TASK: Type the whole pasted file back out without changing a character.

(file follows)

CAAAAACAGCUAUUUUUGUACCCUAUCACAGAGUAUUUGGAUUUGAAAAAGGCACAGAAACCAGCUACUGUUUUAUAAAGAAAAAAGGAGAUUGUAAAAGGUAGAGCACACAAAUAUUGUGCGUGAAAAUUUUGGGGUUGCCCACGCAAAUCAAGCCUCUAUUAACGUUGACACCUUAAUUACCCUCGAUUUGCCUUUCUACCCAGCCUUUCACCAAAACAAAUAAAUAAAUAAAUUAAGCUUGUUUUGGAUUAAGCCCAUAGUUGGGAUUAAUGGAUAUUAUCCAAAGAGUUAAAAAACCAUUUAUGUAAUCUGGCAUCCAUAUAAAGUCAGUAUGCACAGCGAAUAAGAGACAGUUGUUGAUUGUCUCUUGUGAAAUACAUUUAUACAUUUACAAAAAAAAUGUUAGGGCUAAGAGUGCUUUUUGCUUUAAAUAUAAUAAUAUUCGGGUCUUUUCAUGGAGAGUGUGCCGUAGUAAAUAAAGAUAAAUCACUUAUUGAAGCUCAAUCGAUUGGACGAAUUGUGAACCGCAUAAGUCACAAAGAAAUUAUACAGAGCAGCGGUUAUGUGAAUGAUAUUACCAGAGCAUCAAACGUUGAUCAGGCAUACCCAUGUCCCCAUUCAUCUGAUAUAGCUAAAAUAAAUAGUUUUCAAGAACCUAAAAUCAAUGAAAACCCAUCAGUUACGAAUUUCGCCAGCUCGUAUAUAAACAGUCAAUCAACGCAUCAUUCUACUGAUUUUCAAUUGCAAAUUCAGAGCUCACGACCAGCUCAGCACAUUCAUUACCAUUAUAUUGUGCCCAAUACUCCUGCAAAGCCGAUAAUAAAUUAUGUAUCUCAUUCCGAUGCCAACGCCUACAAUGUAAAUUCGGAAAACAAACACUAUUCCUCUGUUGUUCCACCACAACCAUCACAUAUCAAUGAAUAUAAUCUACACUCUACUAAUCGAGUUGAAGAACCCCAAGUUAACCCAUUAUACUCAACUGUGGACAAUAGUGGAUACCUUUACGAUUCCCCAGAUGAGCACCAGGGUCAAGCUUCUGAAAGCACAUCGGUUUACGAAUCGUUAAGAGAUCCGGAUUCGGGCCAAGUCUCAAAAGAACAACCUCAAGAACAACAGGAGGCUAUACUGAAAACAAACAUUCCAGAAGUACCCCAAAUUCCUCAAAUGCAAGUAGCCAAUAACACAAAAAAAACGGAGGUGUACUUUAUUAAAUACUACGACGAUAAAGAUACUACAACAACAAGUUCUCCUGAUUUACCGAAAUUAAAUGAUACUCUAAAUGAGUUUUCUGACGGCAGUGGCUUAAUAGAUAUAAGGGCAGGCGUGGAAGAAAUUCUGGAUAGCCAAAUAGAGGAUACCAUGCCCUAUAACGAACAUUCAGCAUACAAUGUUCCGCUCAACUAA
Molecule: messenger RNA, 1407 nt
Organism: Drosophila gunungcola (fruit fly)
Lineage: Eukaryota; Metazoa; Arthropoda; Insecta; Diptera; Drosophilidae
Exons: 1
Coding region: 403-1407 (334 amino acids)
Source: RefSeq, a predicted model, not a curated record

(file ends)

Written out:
CAAAAACAGCUAUUUUUGUACCCUAUCACAGAGUAUUUGGAUUUGAAAAAGGCACAGAAACCAGCUACUGUUUUAUAAAGAAAAAAGGAGAUUGUAAAAGGUAGAGCACACAAAUAUUGUGCGUGAAAAUUUUGGGGUUGCCCACGCAAAUCAAGCCUCUAUUAACGUUGACACCUUAAUUACCCUCGAUUUGCCUUUCUACCCAGCCUUUCACCAAAACAAAUAAAUAAAUAAAUUAAGCUUGUUUUGGAUUAAGCCCAUAGUUGGGAUUAAUGGAUAUUAUCCAAAGAGUUAAAAAACCAUUUAUGUAAUCUGGCAUCCAUAUAAAGUCAGUAUGCACAGCGAAUAAGAGACAGUUGUUGAUUGUCUCUUGUGAAAUACAUUUAUACAUUUACAAAAAAAAUGUUAGGGCUAAGAGUGCUUUUUGCUUUAAAUAUAAUAAUAUUCGGGUCUUUUCAUGGAGAGUGUGCCGUAGUAAAUAAAGAUAAAUCACUUAUUGAAGCUCAAUCGAUUGGACGAAUUGUGAACCGCAUAAGUCACAAAGAAAUUAUACAGAGCAGCGGUUAUGUGAAUGAUAUUACCAGAGCAUCAAACGUUGAUCAGGCAUACCCAUGUCCCCAUUCAUCUGAUAUAGCUAAAAUAAAUAGUUUUCAAGAACCUAAAAUCAAUGAAAACCCAUCAGUUACGAAUUUCGCCAGCUCGUAUAUAAACAGUCAAUCAACGCAUCAUUCUACUGAUUUUCAAUUGCAAAUUCAGAGCUCACGACCAGCUCAGCACAUUCAUUACCAUUAUAUUGUGCCCAAUACUCCUGCAAAGCCGAUAAUAAAUUAUGUAUCUCAUUCCGAUGCCAACGCCUACAAUGUAAAUUCGGAAAACAAACACUAUUCCUCUGUUGUUCCACCACAACCAUCACAUAUCAAUGAAUAUAAUCUACACUCUACUAAUCGAGUUGAAGAACCCCAAGUUAACCCAUUAUACUCAACUGUGGACAAUAGUGGAUACCUUUACGAUUCCCCAGAUGAGCACCAGGGUCAAGCUUCUGAAAGCACAUCGGUUUACGAAUCGUUAAGAGAUCCGGAUUCGGGCCAAGUCUCAAAAGAACAACCUCAAGAACAACAGGAGGCUAUACUGAAAACAAACAUUCCAGAAGUACCCCAAAUUCCUCAAAUGCAAGUAGCCAAUAACACAAAAAAAACGGAGGUGUACUUUAUUAAAUACUACGACGAUAAAGAUACUACAACAACAAGUUCUCCUGAUUUACCGAAAUUAAAUGAUACUCUAAAUGAGUUUUCUGACGGCAGUGGCUUAAUAGAUAUAAGGGCAGGCGUGGAAGAAAUUCUGGAUAGCCAAAUAGAGGAUACCAUGCCCUAUAACGAACAUUCAGCAUACAAUGUUCCGCUCAACUAA
Molecule: messenger RNA, 1407 nt
Organism: Drosophila gunungcola (fruit fly)
Lineage: Eukaryota; Metazoa; Arthropoda; Insecta; Diptera; Drosophilidae
Exons: 1
Coding region: 403-1407 (334 amino acids)
Source: RefSeq, a predicted model, not a curated record